In a very loose sense, American jobs are now divided into two types, those that require a college degree and those that don’t. Some people, after all, simply don’t need to go to college to do their jobs effectively. But what if a bachelor’s degree helps people do their jobs better. This appears to be the case with policemen.
According to an article by Melinda Burns in Miller-McCune:
Weighing in on a long-simmering dispute, a recent study for the Police Quarterly shows that officers with some college education are less likely to resort to force than those who never attend college.
The study found no difference with respect to officer education when it came to arrests or searches of suspects. But it found that in encounters with crime suspects, officers with some college education or a four-year degree resorted to using force 56 percent of the time, while officers with no college education used force 68 percent of the time.
It’s a little unclear what this really means (“resorted to using force” implies that it wasn’t necessary to use force, after all, but perhaps force was more effective) but this is apparently the first study that indicates a real difference in police officers who go to college. Before this, interested parties had only anecdotal evidence.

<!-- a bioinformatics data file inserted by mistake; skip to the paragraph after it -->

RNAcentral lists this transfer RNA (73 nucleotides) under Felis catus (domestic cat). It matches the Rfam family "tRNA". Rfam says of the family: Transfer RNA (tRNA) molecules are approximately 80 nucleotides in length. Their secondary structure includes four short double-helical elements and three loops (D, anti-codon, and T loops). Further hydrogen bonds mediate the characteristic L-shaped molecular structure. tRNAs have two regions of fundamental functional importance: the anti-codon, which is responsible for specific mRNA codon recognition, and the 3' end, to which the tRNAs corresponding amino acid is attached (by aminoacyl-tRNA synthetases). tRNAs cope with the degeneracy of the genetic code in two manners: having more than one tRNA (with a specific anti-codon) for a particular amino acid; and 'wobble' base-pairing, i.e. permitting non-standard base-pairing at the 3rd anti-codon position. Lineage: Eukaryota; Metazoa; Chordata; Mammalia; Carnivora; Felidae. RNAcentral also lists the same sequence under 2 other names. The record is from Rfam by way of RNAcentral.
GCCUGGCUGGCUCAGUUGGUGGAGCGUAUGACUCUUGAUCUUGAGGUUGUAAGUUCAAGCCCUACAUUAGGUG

According to Michigan State criminal justice professor William Terrill, one of the study’s authors,
“High-school educated officers are more apt to say, ‘I’m the law and I have the authority to make you do it, and I’m going to put my hands on you and make you do it.’ Officers with a four-year degree are more skilled at resolving problems without having to resort to force. They’re giving the citizen alternative means of compliance. They’re not just relying on the stick.”
Currently only 1 percent of U.S. police departments require officers to have four-year college degrees. Only 8 percent of police departments, in fact, require college at all.